By Bob Nightengale for KSDK Sports
(KSDK Sports) -- Tom Niedenfuer woke up Thursday morning in his Florida home, clicked on the TV, and gasped when he saw the score.
Not again. Not now.
NLCS: Matchup between the Dodgers, Cardinals
Two hours later, the phone rang, and it could only mean one thing.
"Let me guess,'' he told USA TODAY Sports, "what this is all about.''
"Congratulations, you're the first one to call,'' he said. "My phone's going to be ringing all week. That's why I was out here rooting against the Cardinals, so I wouldn't have to hear all this (stuff)."
The St. Louis Cardinals, with their Division Series victory over the Pittsburgh Pirates, are back in the National League Championship Series for the third consecutive year, and the eighth time in the last 13 years.
Only this time, they are playing the Los Angeles Dodgers.
Yes, a rematch of the 1985 NLCS, beginning at 8:37 ET tonight at Busch Stadium.
Those videotapes from that series will be rolling all week. Former Dodgers manager Tommy Lasorda will be second-guessed again. Ozzie Smith and Jack Clark's heroics will be celebrated all over again.
And one middle-aged man, whose daughter, Kristy, won the Miss Tennessee beauty pageant last week for the right to be in the Miss USA pageant, will have his senses assaulted until the series mercifully ends.
Go crazy, folks! Go crazy!
How Niedenfuer hates that legendary Jack Buck radio call.
If Kirk Gibson's homer was voted the greatest moment in L.A. sports history, Niedenfuer is the antithesis, giving up consecutive game-winning homers in the best-of-seven series.
"It sucks,'' says Niedenfuer, 54. "It still sucks. It's been almost 30 years, you'd think they'd have something better to show on TV, but they keep showing it, especially this time of year.''
GAME 1: Cardinals, Dodgers announce starters
It was painful enough that Ozzie Smith hit the game-inning homer in Game 5 at Busch Stadium - moments after NBC reminded the world the switch-hitting Smith had never hit a left-handed homer in 3,009 at-bats.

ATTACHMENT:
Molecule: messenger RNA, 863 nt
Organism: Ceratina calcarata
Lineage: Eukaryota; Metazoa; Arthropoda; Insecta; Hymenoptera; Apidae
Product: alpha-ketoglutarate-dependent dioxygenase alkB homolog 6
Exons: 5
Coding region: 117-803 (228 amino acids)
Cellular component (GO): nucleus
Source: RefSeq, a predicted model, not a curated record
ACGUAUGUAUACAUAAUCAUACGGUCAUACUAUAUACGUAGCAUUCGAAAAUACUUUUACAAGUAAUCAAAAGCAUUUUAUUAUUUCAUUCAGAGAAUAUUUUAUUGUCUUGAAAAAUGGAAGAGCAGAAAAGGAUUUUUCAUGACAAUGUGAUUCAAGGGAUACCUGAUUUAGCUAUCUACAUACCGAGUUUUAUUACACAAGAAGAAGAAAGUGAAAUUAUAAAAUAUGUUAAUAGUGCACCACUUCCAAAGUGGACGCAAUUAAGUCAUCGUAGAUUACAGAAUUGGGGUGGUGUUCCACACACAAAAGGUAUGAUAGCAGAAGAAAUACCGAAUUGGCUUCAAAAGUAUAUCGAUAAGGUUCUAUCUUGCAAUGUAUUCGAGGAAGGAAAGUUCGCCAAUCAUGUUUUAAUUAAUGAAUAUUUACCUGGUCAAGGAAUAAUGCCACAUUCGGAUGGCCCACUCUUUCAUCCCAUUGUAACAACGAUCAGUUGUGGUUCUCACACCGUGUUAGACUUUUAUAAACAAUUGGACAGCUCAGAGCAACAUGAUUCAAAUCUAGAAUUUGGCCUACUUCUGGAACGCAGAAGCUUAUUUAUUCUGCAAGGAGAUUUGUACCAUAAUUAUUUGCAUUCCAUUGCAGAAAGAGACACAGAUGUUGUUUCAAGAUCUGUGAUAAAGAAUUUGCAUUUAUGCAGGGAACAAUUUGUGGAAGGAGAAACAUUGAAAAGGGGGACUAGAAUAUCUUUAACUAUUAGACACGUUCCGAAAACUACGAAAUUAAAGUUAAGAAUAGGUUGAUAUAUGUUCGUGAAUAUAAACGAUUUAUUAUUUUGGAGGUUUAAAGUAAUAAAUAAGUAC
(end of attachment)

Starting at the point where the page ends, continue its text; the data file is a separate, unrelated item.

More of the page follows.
Two days later, it was unmerciful.
Jack Clark hit a towering three-run, two-out, ninth-inning homer off Niedenfuer that sent the Cardinals to the World Series, and Lasorda screaming into the night.
"It broke my heart,'' Lasorda said Thursday. "It still bothers me today.''
It was a loss that Niedenfuer will forever be reminded.
"I know it was a great baseball moment,'' Niedenfuer said, "and it takes two people to make a great moment.
"I just wish I wasn't in it.''
Many of the Dodgers weren't even born at the time of the '85 NLCS, but in case they weren't aware, they were reminded Thursday when they took batting practice at Busch Stadium.
The huge right-center scoreboard kept showing the home runs, as part of the greatest moments in Cardinals postseason history. Over. And over.
Every three minutes, there it was for all of the Dodgers to see:
Smith gleefully running around the bases, thrusting his right arm into the air, the old Busch Stadium crowd doing berserk.
Clark, ever so slowly trotting around the bases, with Dodgers left fielder Pedro Guerrero slamming his glove to the ground, in front of a dead-silent Dodger Stadium crowd.
What wasn't shown: A late-night phone call four years later, waking Cardinals manager Whitey Herzog at 1:30 in the morning, from a woman sobbing uncontrollably.
It was Niedenfuer's wife, Judy, the former actress and model. Niedenfuer just received word from the Seattle Mariners he had been released.
Judy, knowing the anguish and torment her husband endured from the 1985 playoffs, was now asking Herzog if he would hire her husband.
Herzog signed Niedenfuer the next day, and Niedenfuer spent the final year of his career in the Cardinals' organization.
"I never told that to anyone before,'' Herzog told USA TODAY Sports Thursday, "but I'll never forget it as long as I live. She just felt so bad for Tom. What happened to him during the playoffs wasn't fair.
"He never should have been in that situation. I tell Lasorda that all of the time.''
Niedenfuer inherited the Dodgers' closer's role after Steve Howe was released after another drug relapse. Niedenfuer was fatigued in September, he said, throwing 106 1/3 innings that season with a 5.70 ERA the final five weeks Now, he was brought into the game with one out in the seventh inning, and the Dodgers leading, 4-1.
Two innings, 13 batters, 68 pitches later, Niedenfuer was still pitching.
"Different times back then,'' said Niedenfuer, a 10-year veteran who retired after 1990. "Everything changed when Howe left.''
Niedenfuer, trying to protect a 5-4 lead, ran into trouble in the ninth. He stood on the mound with runners on second and third, two outs, and cleanup hitter Jack Clark at the plate. Lasorda was faced with a critical decision: Intentionally walk Clark, loading the bases for left-handed outfielder Andy Van Slyke. Or pitch to Clark, whose 22 home runs that year belied the fact he was the power-hitting menace in a lineup of rabbits.